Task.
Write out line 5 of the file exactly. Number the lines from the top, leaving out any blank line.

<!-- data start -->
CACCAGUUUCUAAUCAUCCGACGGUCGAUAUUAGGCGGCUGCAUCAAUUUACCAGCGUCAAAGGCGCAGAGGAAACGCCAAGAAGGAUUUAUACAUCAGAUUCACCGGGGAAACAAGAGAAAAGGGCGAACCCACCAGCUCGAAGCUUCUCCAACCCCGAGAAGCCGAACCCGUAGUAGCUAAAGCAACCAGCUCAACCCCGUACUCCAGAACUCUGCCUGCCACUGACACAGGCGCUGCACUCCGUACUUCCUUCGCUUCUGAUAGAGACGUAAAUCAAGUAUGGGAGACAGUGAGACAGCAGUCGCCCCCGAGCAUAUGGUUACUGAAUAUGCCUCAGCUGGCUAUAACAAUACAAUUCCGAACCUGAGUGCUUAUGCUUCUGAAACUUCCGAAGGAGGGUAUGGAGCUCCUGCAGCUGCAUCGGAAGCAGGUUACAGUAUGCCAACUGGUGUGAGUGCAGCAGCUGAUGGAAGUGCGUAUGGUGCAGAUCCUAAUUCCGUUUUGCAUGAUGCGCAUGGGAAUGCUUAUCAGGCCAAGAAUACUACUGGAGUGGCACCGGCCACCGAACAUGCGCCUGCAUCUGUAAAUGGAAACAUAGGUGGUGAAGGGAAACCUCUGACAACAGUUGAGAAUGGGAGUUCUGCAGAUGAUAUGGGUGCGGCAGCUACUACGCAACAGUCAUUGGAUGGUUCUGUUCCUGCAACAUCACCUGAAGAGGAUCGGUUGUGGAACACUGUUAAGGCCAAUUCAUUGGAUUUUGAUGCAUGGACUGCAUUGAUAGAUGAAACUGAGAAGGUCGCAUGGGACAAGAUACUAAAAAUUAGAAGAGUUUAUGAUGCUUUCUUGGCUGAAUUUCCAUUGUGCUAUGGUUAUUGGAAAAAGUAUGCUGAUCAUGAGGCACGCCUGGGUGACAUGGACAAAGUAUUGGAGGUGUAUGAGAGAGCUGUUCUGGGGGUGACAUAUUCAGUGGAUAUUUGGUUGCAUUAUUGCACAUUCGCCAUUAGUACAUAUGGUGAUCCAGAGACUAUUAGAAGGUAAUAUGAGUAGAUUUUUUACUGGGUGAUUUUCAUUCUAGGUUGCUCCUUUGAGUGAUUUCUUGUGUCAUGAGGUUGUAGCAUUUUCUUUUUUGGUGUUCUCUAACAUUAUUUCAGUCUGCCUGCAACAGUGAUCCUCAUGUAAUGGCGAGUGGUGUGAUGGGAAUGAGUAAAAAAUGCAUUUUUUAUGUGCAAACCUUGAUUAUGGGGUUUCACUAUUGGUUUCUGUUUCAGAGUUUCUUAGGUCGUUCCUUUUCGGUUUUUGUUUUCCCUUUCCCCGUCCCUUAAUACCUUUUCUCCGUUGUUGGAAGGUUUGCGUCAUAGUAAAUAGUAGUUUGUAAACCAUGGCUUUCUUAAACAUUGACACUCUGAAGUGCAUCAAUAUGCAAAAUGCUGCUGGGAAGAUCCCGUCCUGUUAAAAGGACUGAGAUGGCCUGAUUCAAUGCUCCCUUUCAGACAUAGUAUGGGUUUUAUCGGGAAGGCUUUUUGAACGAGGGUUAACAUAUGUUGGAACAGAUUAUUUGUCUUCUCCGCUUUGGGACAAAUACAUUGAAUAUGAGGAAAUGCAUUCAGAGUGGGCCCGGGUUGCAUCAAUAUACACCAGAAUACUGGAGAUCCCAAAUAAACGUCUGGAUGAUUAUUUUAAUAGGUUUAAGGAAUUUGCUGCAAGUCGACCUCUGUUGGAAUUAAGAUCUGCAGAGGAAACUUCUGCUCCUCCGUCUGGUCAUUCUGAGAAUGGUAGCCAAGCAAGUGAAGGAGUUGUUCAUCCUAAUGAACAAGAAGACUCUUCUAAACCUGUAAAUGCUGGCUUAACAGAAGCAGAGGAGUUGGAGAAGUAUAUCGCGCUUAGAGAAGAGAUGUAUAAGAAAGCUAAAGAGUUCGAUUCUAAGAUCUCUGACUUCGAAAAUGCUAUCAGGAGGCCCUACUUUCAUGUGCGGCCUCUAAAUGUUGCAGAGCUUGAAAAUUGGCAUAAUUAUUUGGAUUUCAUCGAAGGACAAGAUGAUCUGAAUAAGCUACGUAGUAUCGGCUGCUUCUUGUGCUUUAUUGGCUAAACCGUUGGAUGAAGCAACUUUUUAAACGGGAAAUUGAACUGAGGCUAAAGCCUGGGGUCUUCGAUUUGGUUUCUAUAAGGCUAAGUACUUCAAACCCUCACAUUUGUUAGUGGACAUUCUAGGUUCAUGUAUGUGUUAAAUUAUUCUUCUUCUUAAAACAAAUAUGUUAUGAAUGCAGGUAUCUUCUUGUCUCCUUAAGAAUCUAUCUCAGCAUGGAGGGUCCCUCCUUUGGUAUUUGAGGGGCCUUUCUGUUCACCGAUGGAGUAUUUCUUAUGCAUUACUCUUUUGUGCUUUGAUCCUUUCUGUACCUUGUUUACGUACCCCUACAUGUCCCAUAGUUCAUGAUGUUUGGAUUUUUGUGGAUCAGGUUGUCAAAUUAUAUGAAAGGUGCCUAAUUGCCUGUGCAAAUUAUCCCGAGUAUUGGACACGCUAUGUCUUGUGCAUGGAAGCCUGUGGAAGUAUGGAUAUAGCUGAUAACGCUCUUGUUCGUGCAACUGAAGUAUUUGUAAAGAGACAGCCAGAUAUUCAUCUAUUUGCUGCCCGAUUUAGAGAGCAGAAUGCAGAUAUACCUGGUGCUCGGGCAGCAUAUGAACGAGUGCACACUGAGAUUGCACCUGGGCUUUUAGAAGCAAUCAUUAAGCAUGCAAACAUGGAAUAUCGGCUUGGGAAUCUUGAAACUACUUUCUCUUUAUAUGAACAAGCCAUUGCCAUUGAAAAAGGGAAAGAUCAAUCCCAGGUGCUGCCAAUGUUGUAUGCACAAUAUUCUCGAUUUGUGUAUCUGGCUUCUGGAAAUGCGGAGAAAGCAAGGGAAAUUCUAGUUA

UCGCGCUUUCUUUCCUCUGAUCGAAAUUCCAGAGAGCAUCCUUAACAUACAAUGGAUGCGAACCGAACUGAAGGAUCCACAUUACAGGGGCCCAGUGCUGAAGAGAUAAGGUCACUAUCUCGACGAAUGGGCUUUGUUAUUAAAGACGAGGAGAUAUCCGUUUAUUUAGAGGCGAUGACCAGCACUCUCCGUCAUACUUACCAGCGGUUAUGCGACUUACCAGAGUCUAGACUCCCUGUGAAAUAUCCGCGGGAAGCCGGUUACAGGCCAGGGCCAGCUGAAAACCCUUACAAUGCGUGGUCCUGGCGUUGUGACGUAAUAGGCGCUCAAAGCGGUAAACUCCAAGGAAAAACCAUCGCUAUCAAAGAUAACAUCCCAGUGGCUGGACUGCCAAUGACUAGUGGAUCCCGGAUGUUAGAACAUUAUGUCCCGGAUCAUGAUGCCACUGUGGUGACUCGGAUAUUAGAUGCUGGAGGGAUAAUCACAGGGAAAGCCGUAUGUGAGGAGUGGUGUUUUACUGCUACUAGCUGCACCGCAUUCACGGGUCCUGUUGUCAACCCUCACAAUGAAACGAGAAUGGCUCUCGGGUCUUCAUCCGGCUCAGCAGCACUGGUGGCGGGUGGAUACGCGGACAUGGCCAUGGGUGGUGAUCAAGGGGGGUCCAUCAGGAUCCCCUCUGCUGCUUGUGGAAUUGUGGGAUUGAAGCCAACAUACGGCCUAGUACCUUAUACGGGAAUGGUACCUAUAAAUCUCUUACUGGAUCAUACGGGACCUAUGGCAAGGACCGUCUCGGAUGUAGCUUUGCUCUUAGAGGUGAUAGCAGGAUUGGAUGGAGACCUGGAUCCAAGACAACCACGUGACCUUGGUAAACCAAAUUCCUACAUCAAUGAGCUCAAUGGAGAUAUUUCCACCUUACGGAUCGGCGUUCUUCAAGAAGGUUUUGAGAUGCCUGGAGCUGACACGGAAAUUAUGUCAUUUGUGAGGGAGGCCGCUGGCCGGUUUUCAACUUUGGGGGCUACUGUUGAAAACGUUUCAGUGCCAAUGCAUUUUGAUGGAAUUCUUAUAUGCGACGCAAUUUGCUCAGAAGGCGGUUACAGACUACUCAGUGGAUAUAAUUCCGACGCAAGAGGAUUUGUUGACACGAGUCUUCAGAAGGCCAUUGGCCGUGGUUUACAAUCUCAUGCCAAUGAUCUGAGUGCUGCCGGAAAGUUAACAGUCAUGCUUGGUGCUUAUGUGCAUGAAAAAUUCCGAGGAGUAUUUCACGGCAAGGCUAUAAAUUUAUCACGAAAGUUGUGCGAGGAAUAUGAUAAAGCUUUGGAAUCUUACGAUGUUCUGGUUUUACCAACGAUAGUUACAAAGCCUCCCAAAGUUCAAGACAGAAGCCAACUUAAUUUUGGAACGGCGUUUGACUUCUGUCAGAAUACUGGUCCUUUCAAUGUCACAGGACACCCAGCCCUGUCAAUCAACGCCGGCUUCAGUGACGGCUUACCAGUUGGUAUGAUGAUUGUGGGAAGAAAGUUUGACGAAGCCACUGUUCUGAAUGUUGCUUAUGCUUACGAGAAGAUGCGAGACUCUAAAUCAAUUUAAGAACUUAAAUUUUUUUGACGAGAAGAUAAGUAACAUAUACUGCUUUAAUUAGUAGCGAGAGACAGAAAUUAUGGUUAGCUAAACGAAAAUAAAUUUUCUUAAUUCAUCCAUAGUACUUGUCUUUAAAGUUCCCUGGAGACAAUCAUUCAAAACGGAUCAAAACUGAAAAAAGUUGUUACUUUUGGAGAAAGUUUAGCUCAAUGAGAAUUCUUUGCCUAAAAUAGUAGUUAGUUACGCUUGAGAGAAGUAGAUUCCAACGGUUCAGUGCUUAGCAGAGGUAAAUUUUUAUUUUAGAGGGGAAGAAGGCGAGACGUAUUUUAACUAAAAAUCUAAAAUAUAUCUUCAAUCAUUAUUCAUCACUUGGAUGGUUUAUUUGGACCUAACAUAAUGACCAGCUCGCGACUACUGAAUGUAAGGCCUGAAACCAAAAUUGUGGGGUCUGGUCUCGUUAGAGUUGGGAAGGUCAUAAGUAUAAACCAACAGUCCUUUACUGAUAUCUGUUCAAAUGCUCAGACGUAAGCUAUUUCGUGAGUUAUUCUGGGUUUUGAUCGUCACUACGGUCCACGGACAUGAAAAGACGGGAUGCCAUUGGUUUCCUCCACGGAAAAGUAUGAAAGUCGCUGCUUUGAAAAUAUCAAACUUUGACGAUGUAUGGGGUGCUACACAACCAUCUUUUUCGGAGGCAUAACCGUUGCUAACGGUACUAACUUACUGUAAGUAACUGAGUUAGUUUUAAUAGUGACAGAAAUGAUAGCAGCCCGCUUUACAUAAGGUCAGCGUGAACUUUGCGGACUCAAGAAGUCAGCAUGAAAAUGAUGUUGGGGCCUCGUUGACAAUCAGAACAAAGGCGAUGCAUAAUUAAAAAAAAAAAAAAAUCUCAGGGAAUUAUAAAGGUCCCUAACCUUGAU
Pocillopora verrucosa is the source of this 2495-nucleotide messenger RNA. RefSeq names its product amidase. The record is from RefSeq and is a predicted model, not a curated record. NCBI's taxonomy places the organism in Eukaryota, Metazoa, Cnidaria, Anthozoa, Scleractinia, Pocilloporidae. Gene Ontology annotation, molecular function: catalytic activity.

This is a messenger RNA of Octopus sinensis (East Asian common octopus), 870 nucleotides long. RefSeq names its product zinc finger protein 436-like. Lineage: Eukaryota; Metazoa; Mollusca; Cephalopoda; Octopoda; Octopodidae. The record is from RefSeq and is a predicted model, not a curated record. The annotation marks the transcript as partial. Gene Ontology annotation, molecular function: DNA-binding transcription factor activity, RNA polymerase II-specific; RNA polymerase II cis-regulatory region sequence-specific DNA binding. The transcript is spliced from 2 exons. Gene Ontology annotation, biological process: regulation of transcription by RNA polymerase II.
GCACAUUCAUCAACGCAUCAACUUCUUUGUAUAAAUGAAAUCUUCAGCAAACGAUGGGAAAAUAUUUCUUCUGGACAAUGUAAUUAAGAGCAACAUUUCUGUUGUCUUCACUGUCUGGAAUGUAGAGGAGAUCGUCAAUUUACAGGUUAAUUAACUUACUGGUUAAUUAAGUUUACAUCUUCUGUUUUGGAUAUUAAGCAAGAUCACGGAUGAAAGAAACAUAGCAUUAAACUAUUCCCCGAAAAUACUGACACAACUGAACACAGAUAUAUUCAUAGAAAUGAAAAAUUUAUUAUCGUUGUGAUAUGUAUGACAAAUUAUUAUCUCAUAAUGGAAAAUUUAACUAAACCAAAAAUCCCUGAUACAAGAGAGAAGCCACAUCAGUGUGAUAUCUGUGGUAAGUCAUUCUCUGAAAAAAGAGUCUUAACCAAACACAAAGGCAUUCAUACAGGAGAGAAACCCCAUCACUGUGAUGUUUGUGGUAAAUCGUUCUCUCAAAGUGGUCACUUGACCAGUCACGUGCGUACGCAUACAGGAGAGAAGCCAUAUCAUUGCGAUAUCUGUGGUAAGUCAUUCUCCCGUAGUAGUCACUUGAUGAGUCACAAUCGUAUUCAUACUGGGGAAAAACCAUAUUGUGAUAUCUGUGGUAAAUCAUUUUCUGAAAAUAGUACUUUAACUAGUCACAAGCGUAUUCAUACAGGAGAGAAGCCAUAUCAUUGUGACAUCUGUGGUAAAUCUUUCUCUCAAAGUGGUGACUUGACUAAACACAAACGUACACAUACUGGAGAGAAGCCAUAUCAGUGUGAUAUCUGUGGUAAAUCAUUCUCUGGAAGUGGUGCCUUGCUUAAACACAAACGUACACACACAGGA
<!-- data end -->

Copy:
GCACAUUCAUCAACGCAUCAACUUCUUUGUAUAAAUGAAAUCUUCAGCAAACGAUGGGAAAAUAUUUCUUCUGGACAAUGUAAUUAAGAGCAACAUUUCUGUUGUCUUCACUGUCUGGAAUGUAGAGGAGAUCGUCAAUUUACAGGUUAAUUAACUUACUGGUUAAUUAAGUUUACAUCUUCUGUUUUGGAUAUUAAGCAAGAUCACGGAUGAAAGAAACAUAGCAUUAAACUAUUCCCCGAAAAUACUGACACAACUGAACACAGAUAUAUUCAUAGAAAUGAAAAAUUUAUUAUCGUUGUGAUAUGUAUGACAAAUUAUUAUCUCAUAAUGGAAAAUUUAACUAAACCAAAAAUCCCUGAUACAAGAGAGAAGCCACAUCAGUGUGAUAUCUGUGGUAAGUCAUUCUCUGAAAAAAGAGUCUUAACCAAACACAAAGGCAUUCAUACAGGAGAGAAACCCCAUCACUGUGAUGUUUGUGGUAAAUCGUUCUCUCAAAGUGGUCACUUGACCAGUCACGUGCGUACGCAUACAGGAGAGAAGCCAUAUCAUUGCGAUAUCUGUGGUAAGUCAUUCUCCCGUAGUAGUCACUUGAUGAGUCACAAUCGUAUUCAUACUGGGGAAAAACCAUAUUGUGAUAUCUGUGGUAAAUCAUUUUCUGAAAAUAGUACUUUAACUAGUCACAAGCGUAUUCAUACAGGAGAGAAGCCAUAUCAUUGUGACAUCUGUGGUAAAUCUUUCUCUCAAAGUGGUGACUUGACUAAACACAAACGUACACAUACUGGAGAGAAGCCAUAUCAGUGUGAUAUCUGUGGUAAAUCAUUCUCUGGAAGUGGUGCCUUGCUUAAACACAAACGUACACACACAGGA